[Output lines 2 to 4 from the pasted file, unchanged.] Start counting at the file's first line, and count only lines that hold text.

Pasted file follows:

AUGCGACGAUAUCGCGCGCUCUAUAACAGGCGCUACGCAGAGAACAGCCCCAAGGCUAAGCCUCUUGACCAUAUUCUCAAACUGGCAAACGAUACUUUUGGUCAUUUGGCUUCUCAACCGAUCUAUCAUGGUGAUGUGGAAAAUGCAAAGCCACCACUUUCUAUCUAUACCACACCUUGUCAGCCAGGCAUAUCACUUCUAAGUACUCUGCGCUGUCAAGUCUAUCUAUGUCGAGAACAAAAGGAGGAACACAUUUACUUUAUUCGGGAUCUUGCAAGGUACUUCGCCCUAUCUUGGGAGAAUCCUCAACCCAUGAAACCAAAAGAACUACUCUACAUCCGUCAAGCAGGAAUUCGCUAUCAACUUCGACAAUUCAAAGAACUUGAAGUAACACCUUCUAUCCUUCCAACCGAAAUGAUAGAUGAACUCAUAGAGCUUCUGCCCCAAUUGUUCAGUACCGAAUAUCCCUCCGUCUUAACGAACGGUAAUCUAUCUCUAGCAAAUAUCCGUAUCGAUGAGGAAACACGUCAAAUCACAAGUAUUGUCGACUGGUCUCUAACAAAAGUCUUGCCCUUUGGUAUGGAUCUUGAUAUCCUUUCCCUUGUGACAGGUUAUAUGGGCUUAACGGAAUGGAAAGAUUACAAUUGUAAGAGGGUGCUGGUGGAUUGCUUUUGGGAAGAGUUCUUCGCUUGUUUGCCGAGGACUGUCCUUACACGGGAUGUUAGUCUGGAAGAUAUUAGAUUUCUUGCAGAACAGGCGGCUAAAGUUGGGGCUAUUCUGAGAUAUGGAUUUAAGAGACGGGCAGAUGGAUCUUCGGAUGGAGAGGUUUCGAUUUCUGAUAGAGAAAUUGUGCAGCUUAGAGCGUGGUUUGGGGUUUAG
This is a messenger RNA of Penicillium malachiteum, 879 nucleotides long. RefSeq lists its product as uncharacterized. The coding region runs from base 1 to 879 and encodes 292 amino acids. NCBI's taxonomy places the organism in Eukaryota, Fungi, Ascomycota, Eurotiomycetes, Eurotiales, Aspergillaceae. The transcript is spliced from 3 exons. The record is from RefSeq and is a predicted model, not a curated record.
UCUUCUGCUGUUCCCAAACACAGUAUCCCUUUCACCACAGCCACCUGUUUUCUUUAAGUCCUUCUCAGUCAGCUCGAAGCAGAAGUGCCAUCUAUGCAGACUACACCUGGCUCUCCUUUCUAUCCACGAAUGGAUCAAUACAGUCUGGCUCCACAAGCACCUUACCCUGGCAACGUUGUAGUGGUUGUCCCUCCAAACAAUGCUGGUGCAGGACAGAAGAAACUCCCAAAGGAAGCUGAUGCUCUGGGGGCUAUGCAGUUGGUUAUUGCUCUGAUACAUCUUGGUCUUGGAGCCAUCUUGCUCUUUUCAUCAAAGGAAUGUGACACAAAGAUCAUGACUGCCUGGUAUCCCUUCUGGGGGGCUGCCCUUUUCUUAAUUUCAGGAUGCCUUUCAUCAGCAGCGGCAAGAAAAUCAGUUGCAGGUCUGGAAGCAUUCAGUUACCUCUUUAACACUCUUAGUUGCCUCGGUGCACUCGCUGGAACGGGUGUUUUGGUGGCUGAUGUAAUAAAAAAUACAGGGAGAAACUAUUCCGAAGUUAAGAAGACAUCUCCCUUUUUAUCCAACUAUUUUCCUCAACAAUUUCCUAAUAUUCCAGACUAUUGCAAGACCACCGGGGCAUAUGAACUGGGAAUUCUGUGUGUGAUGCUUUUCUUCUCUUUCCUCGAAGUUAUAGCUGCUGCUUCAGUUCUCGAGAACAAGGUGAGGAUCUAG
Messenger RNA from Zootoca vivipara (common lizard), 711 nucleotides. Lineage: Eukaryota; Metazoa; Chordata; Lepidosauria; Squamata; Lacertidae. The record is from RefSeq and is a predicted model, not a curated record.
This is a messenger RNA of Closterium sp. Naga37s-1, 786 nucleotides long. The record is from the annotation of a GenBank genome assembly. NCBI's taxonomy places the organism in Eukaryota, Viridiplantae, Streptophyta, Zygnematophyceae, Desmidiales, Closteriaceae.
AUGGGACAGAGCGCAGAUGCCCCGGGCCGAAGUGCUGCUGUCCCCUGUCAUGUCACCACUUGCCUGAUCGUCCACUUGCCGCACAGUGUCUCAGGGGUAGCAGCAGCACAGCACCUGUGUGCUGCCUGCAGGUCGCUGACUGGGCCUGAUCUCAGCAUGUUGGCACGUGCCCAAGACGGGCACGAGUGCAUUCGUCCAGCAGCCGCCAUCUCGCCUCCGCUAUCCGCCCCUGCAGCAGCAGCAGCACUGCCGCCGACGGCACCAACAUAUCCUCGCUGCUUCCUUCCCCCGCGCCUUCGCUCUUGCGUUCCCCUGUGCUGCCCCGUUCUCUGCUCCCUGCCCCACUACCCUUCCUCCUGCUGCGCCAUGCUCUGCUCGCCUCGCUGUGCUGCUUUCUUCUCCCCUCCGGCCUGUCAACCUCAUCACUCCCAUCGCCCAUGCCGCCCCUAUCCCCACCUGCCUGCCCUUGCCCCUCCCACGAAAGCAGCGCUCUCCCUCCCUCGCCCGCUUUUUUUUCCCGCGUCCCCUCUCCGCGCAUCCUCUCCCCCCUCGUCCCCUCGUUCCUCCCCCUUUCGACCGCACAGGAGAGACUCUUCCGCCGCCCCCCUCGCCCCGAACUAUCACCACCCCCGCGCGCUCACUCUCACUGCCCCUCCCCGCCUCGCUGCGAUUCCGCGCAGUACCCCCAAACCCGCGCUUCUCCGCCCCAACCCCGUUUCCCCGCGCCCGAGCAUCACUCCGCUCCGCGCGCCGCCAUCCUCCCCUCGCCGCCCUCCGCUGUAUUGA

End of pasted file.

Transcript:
This is a messenger RNA of Penicillium malachiteum, 879 nucleotides long. RefSeq lists its product as uncharacterized. The coding region runs from base 1 to 879 and encodes 292 amino acids. NCBI's taxonomy places the organism in Eukaryota, Fungi, Ascomycota, Eurotiomycetes, Eurotiales, Aspergillaceae. The transcript is spliced from 3 exons. The record is from RefSeq and is a predicted model, not a curated record.
UCUUCUGCUGUUCCCAAACACAGUAUCCCUUUCACCACAGCCACCUGUUUUCUUUAAGUCCUUCUCAGUCAGCUCGAAGCAGAAGUGCCAUCUAUGCAGACUACACCUGGCUCUCCUUUCUAUCCACGAAUGGAUCAAUACAGUCUGGCUCCACAAGCACCUUACCCUGGCAACGUUGUAGUGGUUGUCCCUCCAAACAAUGCUGGUGCAGGACAGAAGAAACUCCCAAAGGAAGCUGAUGCUCUGGGGGCUAUGCAGUUGGUUAUUGCUCUGAUACAUCUUGGUCUUGGAGCCAUCUUGCUCUUUUCAUCAAAGGAAUGUGACACAAAGAUCAUGACUGCCUGGUAUCCCUUCUGGGGGGCUGCCCUUUUCUUAAUUUCAGGAUGCCUUUCAUCAGCAGCGGCAAGAAAAUCAGUUGCAGGUCUGGAAGCAUUCAGUUACCUCUUUAACACUCUUAGUUGCCUCGGUGCACUCGCUGGAACGGGUGUUUUGGUGGCUGAUGUAAUAAAAAAUACAGGGAGAAACUAUUCCGAAGUUAAGAAGACAUCUCCCUUUUUAUCCAACUAUUUUCCUCAACAAUUUCCUAAUAUUCCAGACUAUUGCAAGACCACCGGGGCAUAUGAACUGGGAAUUCUGUGUGUGAUGCUUUUCUUCUCUUUCCUCGAAGUUAUAGCUGCUGCUUCAGUUCUCGAGAACAAGGUGAGGAUCUAG
Messenger RNA from Zootoca vivipara (common lizard), 711 nucleotides. Lineage: Eukaryota; Metazoa; Chordata; Lepidosauria; Squamata; Lacertidae. The record is from RefSeq and is a predicted model, not a curated record.